Friday, September 25, 2009

Technical Innovation - a gentle cough at Scientific American

There are certain snags to staying in foreign hotels where one does not understand the customs – internet access that is available, but only at the end of the corridor; rooms that get cleaned every other day – minor details that make it difficult to order the productive use of time. (And these are offered as an excuse for the irregular timing of these posts) But this trip is coming to an end, we will tour the mine in the morning and then move to Kracow and the flight back home.

I gave a second talk today amid others that also talked of the need that the mining industry now faces to make their machines and processes more efficient. Bear in mind that as the resources get harder to find, that one must look deeper (as in the deep water Gulf of Mexico to give but one example). And so it is with the minerals that come from the Earth. As the shallower deposits are mined out, so the mines must go deeper, and that imposes additional problems. First there is the heat – which is reaching temperatures (60+ deg C) that reduce effective working time, or call for air conditioning that becomes increasingly expensive as one moves from cooling only the cabs of mining machines, to the individuals working in small enclosable spaces, to cooling entire districts of the mine. One comment today was that it will take 7 tons of air to produce 1 ton of ore. Fan sizes start being quoted in the megawatt range, and it will only be the increasing price of these commodities that makes the entire mining operation feasible.

The Conference is, in part, directed at helping to identify the innovative ideas that the industry needs to remain viable into the future. This changing circumstance calls for new and innovative approaches to getting the valuable resources that we need, and yet, as I sat through the proceedings (“helped” by simultaneous translation) it was disappointing to hear ideas being proposed for new mining machines that were tried in an earlier generation. I suppose that none of us are willing to write about our failures, and so the experiments that were carried out with some of this technology, the last time it was tried, and that showed that the ideas would not work in the long term (for reasons such as that they induced early fatigue and massive failures within the machines) did not get into the scientific literature – it was only those that followed (or were involved in) the tests on an informal nature that heard why “the wonder machine” was not talked of any longer.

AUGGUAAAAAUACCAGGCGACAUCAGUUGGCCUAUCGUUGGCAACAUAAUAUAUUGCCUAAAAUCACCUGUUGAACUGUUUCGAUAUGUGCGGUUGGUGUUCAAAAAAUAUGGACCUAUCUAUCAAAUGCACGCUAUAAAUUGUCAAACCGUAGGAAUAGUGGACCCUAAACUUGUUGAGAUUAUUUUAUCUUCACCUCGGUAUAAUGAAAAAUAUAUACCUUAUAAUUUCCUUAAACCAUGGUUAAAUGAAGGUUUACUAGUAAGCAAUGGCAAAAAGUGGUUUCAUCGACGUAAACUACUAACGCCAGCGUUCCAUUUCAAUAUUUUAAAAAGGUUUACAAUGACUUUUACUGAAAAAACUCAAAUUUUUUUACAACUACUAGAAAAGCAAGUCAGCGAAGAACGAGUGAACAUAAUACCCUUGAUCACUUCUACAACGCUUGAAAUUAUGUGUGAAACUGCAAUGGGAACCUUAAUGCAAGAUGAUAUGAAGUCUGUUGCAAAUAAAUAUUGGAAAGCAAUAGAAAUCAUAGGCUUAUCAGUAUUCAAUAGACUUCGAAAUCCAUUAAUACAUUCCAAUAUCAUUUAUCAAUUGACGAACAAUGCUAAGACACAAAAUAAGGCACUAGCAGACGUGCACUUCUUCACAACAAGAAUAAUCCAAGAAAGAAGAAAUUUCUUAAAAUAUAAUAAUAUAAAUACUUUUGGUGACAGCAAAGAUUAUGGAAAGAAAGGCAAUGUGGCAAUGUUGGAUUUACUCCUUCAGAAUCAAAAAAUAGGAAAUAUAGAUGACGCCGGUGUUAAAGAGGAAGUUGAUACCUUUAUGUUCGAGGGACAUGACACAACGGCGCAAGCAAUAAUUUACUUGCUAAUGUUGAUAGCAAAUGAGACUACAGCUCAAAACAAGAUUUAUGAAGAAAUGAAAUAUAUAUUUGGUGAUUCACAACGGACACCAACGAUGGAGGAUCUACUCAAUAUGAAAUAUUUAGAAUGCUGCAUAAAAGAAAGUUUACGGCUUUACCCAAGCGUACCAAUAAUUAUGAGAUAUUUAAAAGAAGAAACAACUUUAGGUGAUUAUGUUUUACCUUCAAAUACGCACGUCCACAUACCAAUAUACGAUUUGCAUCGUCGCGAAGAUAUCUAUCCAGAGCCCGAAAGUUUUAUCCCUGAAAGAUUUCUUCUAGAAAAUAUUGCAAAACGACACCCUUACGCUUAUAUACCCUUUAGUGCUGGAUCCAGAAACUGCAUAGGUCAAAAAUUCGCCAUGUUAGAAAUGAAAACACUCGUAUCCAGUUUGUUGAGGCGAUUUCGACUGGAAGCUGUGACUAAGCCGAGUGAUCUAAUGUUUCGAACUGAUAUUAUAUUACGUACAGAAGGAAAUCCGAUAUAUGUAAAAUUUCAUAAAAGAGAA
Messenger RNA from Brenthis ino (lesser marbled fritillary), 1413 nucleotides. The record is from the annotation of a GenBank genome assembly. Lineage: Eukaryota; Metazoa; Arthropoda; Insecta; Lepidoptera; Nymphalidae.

And so the concepts are resurrected – “technology will save the day.” I have written about the foolishness of this perception in the past (and yes it is again late enough that I beg the excuse of other business to forego references) and to refer back to the debate on he reality of Peak Oil, let me just answer the comment on Scientific American about “new technologies", that Gail referred to today. Some of these ideas are in areas where I have spent my professional life – some of them I may even be working on – but there is this perception that, once an idea has been formulated, that the technology transfer to a fully viable production tool will happen overnight.

Oh how I wish that were true. In one project that I am aware of, a relatively minor design concern (as was thought) has so far delayed progress for over a year as alternate approaches have failed to solve this “slight problem.” And sometimes (but not always) solving one problem only helps create another. Experimental results do not always follow predictable paths (as I am reminded on regular occasion, where theoretical predictions of performance prove wrong – in either direction). Stating that technology can produce more oil from a reservoir is true. But as I point out in the post on reservoir production there has to be a pressure difference between the oil in the surrounding ground and the well for the oil to move. Without that difference nothing happens – no oil or gas comes out of the well. And even when there is a pressure difference the well can draw in water or gas, rather than oil. Gail has explained some of the unreality of the current MSM comments and on the position that they have taken. But a quick review of the draft of the article makes me feel more resigned to the inanity (the writer is after all a Corporate VP for Planning for ENI – the Italian Energy Company).

Working on a technology, and seeing good results in the lab does not give an immediate pass to fantastic wealth. It takes time to prove and scale up the idea, through a series of stages, that become further apart and more expensive (often because of permitting and regulation) as the scale of an operation approached the level where it might have significant impact. So that, even if some of these ideas really do work well (and some really might) they won’t have significant impact in less than 5 years, and more likely will take at least ten, and that is just too late to have any impact on the coming shortage.

Well, enough dark thoughts – the morning trip to the mine will come earlier than I might like to think, so I'd better sign off for now.

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